So, if we are feeling the strained by being busy how do we keep ourselves connected to God aware of his presence? If we are to live spiritual lives, does it mean giving up, at least some of, the activities we are engaged in? or does it mean adding something else, some spiritual disciplines to the already demanding day? Is this something we might ask ourselves?
Is this the right question though. Perhaps what we need to wrestle with goes deeper and may bring clarity if we are confused, feeling guilty or anxious about this.
Perhaps the question we might need to ask is “what is life about: what truly matters? When we have lived out our lives what was it about that will offer us the deepest sense of satisfaction and joy?
I think spiritual disciplines are a good thing and were/are never intended to be a chore, a task or just one more demand on over-burdened schedules.
Spiritual disciplines are simply doorways to our hearts, to intimacy with God. They are opportunities to open ourselves in heart and mind to his love, his wisdom and direction, to his blessing, his healing and help, to his presence.
Our relationship with God is not about one more thing to do. It is not another demand. Our relationship with God is meant to be the centre from which our life’s activities flow.
In his book Making All Things New Henri Nouwen wrote:
“Jesus does not respond to our worry filled way of living by saying we should not be so busy with worldly affairs…. He does not tell us that what we do is unimportant, valueless or useless…. Jesus’ response to our worry filled lives is quite different. He asks us to shift the point of gravity, to relocate the centre of our attention, to change our priorities. Jesus wants us to move from the “many things” to the “one necessary thing” …. Jesus does not speak about a change of activities, a change of contacts, or even a change of pace. He speaks about a change of heart. This change of heart makes everything different, even while everything appears to remain the same. This is the meaning of “Set your hearts on his kingdom first… and all these other things will be given you as well.”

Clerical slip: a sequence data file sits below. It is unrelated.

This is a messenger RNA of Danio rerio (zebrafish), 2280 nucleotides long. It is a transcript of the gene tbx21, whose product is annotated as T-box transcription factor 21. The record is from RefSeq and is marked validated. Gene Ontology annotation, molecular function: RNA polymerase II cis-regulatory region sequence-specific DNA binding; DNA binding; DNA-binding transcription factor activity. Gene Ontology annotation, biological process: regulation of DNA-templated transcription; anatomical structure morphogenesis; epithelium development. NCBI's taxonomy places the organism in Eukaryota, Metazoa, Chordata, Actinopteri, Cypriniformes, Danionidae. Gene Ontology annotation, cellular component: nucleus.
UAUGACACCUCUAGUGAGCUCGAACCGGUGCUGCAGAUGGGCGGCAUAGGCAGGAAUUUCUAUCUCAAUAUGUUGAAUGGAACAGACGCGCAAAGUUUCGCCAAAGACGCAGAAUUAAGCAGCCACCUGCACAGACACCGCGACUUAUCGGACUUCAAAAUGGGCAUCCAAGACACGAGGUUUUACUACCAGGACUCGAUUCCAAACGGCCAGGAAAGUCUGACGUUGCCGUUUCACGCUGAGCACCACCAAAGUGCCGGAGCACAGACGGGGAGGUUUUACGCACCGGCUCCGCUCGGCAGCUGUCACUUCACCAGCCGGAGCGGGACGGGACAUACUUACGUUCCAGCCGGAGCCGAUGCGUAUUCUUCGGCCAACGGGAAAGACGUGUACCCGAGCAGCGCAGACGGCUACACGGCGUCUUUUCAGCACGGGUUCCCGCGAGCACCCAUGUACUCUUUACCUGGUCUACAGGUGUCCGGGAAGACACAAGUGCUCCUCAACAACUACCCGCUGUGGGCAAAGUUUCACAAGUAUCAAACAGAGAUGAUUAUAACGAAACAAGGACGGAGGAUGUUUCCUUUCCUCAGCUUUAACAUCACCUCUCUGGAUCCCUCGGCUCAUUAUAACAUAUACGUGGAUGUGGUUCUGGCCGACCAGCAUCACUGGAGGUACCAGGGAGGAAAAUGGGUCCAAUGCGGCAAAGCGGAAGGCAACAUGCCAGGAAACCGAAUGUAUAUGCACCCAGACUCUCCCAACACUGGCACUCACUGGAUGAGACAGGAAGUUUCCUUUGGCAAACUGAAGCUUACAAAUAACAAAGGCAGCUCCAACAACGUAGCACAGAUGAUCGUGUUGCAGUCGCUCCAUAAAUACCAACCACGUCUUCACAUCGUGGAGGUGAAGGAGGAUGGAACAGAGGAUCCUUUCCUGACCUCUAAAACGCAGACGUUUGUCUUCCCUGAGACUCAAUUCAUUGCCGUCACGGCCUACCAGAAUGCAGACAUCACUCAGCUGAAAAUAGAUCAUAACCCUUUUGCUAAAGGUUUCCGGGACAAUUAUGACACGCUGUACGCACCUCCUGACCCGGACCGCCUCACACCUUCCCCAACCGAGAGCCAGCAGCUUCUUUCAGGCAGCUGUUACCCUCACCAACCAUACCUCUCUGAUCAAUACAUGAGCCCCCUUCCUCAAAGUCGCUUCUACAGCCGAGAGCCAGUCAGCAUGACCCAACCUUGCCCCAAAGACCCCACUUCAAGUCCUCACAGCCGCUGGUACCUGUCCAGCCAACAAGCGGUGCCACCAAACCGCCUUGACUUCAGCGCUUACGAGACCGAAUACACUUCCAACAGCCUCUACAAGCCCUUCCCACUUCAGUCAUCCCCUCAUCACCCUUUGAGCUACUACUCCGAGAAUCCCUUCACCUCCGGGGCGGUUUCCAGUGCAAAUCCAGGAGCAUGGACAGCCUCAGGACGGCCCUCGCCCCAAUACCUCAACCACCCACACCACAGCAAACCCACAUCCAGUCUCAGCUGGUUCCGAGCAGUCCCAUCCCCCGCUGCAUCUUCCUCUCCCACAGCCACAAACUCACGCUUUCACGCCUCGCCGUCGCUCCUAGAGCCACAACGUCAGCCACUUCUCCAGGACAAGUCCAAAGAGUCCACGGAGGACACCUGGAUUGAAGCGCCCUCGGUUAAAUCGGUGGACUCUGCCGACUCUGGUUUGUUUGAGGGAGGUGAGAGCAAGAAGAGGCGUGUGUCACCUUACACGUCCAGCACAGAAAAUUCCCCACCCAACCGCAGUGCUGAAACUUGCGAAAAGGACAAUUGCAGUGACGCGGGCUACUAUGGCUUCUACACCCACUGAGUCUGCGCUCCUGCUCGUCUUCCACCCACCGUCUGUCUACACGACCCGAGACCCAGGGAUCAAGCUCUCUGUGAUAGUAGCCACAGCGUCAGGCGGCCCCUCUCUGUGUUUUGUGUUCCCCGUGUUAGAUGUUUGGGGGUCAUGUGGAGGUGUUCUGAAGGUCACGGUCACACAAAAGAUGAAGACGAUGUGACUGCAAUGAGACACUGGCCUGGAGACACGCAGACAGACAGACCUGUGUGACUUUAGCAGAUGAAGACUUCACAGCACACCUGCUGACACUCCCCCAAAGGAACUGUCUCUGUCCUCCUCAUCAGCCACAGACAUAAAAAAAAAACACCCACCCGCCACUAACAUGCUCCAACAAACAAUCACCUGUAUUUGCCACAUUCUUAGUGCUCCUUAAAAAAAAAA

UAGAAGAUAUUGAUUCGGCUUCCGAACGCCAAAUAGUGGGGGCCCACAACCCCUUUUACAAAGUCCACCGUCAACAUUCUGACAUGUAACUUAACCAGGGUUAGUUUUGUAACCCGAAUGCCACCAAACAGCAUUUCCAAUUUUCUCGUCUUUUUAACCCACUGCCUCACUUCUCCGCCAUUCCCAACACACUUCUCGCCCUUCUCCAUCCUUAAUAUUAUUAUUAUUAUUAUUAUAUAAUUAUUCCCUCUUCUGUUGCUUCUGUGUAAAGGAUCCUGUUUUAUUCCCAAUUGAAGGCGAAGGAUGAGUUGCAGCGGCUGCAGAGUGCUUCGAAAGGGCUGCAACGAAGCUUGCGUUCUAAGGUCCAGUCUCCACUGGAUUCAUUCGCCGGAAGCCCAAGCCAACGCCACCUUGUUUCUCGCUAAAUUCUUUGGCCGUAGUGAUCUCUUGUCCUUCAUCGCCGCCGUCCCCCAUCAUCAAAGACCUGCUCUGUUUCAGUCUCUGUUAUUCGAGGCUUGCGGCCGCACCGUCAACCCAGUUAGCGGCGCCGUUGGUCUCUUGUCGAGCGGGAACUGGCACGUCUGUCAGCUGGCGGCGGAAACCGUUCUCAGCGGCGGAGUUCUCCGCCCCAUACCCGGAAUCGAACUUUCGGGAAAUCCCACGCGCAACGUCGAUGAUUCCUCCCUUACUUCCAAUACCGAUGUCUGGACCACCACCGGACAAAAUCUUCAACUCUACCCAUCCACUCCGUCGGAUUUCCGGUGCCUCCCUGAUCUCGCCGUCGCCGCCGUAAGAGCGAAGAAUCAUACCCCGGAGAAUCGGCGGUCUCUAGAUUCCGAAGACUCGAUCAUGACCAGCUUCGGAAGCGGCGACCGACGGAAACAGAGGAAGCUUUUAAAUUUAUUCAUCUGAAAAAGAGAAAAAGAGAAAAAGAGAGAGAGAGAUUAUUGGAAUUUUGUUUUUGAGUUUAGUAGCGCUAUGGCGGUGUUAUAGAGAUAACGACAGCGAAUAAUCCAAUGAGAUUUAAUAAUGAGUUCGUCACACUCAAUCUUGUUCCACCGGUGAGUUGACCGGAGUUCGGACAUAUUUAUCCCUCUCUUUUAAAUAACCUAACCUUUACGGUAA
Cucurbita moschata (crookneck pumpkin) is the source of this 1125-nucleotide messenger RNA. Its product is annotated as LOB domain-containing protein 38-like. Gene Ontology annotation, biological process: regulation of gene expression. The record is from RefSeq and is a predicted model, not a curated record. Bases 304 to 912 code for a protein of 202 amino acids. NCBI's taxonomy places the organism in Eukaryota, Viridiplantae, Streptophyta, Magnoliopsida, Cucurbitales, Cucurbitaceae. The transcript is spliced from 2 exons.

I thought it might be helpful to briefly explore some spiritual disciplines to see if there is the possibility of finding God when we are busy. Perhaps to reorder to place God in the centre and see what we discover by doing that.
There are six I would like to touch on.
- Scripture study
So, Scripture study – God’s word is one of our greatest resources for knowing him. Jesus endorsed scripture. He knew it; taught and lived by it; fulfilled it! God does not use his word to primarily impart information but to guide our feet, shape our lives. If we are to avoid our being busy becoming empty and just activity for the sake of it and to withstand the pressures we are under and have God’s values then we need to absorb his word.